The other evening after work John and I decided to go for a walk around the city. We were ‘in town’ to go to the farmers’ market but it wasn’t on, so after dining at a cafe looking across to 1980s concrete carpark we decided to walk and look closely at the city and its new buildings. We wanted to rediscover the city and how it was being ‘recut’ and ‘restitched’. As we walked we were acutely aware of the way the new buildings provided a new frame and points of interest, particularly those with visually exciting facades. However, we were frustrated by a lack of information about those buildings – often billboards and hoardings on construction sites provide information about architects, engineers and project managers. As we walked we were drawn to compare buildings, to identify the best or better streets, to acknowledge the fragments of heritage (seems that in constantly bemoaning the lost heritage, we often don’t celebrate that we have retained e.g. John Mills Himself) and to speculate when this or that building would warrant a facelift. While heritage buildings and sites often carry plaques, our new buildings do not.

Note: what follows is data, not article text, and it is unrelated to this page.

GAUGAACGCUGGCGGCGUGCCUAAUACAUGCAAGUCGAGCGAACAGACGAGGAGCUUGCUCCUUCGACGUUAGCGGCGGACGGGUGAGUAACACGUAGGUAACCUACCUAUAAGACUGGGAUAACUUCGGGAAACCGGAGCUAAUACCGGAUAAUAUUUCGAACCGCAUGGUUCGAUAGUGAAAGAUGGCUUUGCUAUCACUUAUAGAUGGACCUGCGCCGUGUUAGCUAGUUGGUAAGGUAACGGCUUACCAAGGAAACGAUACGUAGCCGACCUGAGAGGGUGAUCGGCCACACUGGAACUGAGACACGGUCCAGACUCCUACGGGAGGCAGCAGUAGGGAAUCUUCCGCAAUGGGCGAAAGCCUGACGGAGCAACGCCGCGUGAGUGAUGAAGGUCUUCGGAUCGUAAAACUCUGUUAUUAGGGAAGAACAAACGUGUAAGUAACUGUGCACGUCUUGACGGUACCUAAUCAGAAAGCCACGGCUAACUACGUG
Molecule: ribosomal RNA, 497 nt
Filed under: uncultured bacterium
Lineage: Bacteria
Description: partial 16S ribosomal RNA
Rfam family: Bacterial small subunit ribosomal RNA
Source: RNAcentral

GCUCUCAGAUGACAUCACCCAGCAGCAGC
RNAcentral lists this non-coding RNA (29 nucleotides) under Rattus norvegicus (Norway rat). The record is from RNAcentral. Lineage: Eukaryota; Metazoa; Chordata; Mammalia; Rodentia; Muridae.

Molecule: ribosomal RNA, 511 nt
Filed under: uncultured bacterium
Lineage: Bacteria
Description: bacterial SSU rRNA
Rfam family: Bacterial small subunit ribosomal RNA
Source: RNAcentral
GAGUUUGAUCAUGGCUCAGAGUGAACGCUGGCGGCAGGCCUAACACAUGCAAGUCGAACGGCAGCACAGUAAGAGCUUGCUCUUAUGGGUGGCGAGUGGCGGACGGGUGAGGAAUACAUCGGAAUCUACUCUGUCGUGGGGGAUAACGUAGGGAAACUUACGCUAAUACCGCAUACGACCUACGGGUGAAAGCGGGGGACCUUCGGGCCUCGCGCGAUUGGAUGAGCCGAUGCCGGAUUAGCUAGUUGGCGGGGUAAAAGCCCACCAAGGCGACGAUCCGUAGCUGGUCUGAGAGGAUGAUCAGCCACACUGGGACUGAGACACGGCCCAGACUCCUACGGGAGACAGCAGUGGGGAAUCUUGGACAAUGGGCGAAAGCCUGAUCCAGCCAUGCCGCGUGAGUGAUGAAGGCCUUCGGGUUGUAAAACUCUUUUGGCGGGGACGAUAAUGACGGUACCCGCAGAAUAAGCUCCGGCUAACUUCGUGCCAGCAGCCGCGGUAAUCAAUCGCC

Our walking resulted in some knowing of the city, its spaces and its buildings – Albert Street, for example, as been significantly remade over the last decade – but we wanted more information. It’s often difficult to obtain information about buildings beyond the mass or specialist media at key points of the development period, e.g. unveiling plans or openings, or during the life of a building, e.g. falling windows or awards. We live with buildings beyond those peak moments and perhaps there should be other mechanisms of knowing their stories. We wanted to know who created the artworks, designed the buildings and what materials were used. We wanted to know about the buildings’ environmental footprint, whether it had a green roof or green wall. We wanted simple interventions or interfaces, like didactic panels, that would encourage us to appreciate the places, the buildings and the streets in multiplied ways. We hoped for more of a dialogue with the city (as built form/s) that would enhance urban literacy and raise awareness of architecture and city-making.
A proposition: producing didactic panels in whatever material you chose that provide an overview of the buildings, their makers and their relationship to the city. These are produced in A3 format and temporarily adhered to buildings. If you’re worried about your panels being removed within minutes of being posted, then perhaps you can discussion the matter with the property manager or Brisbane City Council. A mobile platform solution, like an iPhone app, would also be well worth trying.
ps Information on key buildings here: http://www.emporis.com/application/?nav=city&lng=3&id=brisbane-australia